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Small is beautiful – free software column

The Internet is a democratising force breaking down cultural, racial and religious boundaries, yet its services are dominated by a few

The EU is investigating Google for anti- competitive activities. This action is the latest in a series of anti-trust investigations by the eU against powerful tech corporations. Google is everywhere and, as corporations go, sees itself as benevolent. Google was the first search engine to work as intended and its means of raising income are barely perceptible to the end user, but it is also one of a small number of corporations that have ‘owned’ the commons that is the world wide web. others include amazon, facebook and Twitter.

The promise of the web has always been its diversity, an instant medium where we can speak and share our vision with our fellow citizens on the opposite side of the globe. Nobody can argue that the services provided by these corporations don’t have a value for their users, but the first ‘duty’ of a corporation is to return a profit for its shareholders. The shareholders, albeit temporary and subject to the price of today’s stocks and shares, are the sole beneficiaries, and the short term profits of shareholders override any other interest.

Free software, like the web, is promoted by corporations when it is useful to their profit margins. Many disparate organisations collaborate and contribute to GNU/Linux and other free and open source software projects, because they are beneficial to their bottom lines and seldom for altruistic reasons. Contributing to GNU/Linux reduces development costs and encourages open standards. open standards are useful because they reduce barriers to entry for technologies that were ‘not invented here’.

Most corporations, however, tend to be in favour of proprietary standards when they operate in their favour, and it follows that very few corporations take a consistent stance in standards committees. apple is in favour of open standards except that everything must be directed to the iStore. Microsoft erects a closed shop around its technologies. open source projects, nominally released under copyleft licences, demand that contributors assign their copyrights to the corporate entity. Companies that make generous contributions to free and open source software projects also vehemently enforce software patents. The problem for the users and developers of free software is that this too often translates into compromise. The GPLv3 and LGPLv3 can be compromised by “community agreements” and copyright assignment clauses, which pass ownership of the code to the holding company and allow relicensing and consequent dereliction of the patent clause and other protections of a copyleft license.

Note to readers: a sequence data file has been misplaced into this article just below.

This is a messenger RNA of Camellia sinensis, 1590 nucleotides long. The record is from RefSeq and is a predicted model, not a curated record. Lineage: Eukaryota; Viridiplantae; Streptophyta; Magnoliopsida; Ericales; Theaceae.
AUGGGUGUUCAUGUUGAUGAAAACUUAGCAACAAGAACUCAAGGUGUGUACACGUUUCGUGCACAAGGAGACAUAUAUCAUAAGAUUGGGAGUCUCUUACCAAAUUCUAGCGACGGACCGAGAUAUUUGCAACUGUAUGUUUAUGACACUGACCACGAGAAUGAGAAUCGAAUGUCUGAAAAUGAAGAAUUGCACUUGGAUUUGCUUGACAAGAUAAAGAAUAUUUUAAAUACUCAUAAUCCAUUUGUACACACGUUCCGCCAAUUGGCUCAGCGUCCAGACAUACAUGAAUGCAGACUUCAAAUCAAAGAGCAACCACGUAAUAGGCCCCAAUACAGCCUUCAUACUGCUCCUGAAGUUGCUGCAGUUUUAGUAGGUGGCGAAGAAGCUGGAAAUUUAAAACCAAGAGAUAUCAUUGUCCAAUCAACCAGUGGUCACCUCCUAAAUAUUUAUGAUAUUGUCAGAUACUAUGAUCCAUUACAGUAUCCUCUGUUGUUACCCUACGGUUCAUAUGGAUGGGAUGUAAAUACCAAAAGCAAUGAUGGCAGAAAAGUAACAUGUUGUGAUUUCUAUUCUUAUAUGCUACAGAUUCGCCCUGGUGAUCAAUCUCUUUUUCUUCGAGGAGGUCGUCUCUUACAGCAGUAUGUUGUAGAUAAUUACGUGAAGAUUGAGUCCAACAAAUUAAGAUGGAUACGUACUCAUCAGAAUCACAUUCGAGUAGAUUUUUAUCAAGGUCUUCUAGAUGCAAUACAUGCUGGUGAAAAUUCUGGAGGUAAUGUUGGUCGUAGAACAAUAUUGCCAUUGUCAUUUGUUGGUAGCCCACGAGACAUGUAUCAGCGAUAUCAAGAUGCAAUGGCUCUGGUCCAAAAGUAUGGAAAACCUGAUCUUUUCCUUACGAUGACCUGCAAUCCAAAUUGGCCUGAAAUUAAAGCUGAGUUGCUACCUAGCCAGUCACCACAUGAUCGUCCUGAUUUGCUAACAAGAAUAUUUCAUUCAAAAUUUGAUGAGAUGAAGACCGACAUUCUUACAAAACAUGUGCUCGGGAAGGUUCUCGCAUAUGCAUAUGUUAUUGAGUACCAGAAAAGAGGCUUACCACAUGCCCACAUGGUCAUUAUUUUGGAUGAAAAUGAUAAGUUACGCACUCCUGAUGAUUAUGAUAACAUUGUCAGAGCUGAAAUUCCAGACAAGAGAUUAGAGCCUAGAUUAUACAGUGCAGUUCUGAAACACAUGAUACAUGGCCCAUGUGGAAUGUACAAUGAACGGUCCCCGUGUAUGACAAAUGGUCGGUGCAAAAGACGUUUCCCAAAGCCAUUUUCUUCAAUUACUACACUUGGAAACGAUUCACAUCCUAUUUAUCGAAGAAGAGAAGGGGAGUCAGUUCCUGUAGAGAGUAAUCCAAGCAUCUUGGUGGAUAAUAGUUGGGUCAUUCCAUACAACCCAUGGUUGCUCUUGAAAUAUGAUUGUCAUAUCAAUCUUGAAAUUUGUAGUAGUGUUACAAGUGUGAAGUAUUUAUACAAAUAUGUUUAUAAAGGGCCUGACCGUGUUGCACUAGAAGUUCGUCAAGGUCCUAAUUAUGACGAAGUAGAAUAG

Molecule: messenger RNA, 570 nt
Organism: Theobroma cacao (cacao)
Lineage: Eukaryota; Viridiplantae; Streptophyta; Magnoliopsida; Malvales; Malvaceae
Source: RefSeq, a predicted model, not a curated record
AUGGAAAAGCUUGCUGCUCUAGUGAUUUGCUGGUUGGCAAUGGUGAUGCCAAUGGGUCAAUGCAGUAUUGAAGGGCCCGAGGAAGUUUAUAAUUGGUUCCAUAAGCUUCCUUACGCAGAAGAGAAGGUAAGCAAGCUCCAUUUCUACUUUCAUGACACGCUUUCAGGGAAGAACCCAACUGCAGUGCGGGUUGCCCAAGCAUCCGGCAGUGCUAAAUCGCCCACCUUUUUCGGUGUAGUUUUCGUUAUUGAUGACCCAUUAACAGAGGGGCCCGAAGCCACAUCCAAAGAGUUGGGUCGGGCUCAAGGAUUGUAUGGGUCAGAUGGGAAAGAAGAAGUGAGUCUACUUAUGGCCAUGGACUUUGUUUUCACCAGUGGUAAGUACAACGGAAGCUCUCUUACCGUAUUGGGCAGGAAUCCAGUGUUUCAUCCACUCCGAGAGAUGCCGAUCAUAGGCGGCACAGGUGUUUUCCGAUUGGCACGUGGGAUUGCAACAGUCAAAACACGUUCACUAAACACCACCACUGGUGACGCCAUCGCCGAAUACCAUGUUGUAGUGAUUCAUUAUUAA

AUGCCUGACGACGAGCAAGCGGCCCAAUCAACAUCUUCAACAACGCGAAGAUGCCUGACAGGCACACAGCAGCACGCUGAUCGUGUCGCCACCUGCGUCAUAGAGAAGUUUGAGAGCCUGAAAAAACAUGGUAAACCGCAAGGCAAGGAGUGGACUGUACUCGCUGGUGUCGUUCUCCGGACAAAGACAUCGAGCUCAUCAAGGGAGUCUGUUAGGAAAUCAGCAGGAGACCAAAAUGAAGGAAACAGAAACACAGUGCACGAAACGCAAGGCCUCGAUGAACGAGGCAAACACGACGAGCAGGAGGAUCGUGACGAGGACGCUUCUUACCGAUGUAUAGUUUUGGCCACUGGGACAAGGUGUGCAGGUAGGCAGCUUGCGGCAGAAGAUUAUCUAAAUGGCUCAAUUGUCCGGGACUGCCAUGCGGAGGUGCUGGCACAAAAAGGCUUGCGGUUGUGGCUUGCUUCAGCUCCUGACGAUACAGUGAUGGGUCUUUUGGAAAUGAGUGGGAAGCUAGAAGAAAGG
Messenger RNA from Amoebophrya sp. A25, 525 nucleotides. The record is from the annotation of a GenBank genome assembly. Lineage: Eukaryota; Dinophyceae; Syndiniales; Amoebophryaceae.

A consequence of a culture dominated by corporations is that profits are moved around from country to country and corporations often pay little tax in their host countries. a company like amazon provides convenience and reduced costs for its services, but a secondary consequence of its ubiquity and success is that small book and record shops can’t compete and are disappearing, reducing diversity and choice.

The EU’s investigation of Google for anti-competitive practices may or may not prove to be justified, but stands in marked contrast to its stand on TTIP – the Transatlantic Trade and Investment Partnership – a trade agreement being negotiated between europe and the US, which in the words of George Monbiot, would give corporations the right “to sue the living daylights out of governments which try to defend their citizens. It would enable a secretive panel of corporate lawyers to overrule the will of parliament and destroy our legal protections – known as investor-state dispute settlement (ISDS).”

ISDS enables a corporation to override the will of an elected government and “could be used to smash attempts to save the NHS from corporate control, to re-regulate the banks, to curb the greed of the energy companies, to renationalise the railways, to leave fossil fuels in the ground,” in other words, to hand the role of government to corporate lawyers.

We should be looking for ways to spread diversity. we must hope that the eU’s pursuit of Google results in more options becoming available. as Tim Berners- Lee said when announcing The Web We Want, “Unless we have an open, neutral Internet we can rely on without worrying about what’s happening at the back door, we can’t have open government, good democracy, good healthcare, connected communities and diversity of culture. It’s not naive to think we can, but it is naive to think we can sit back and get it.”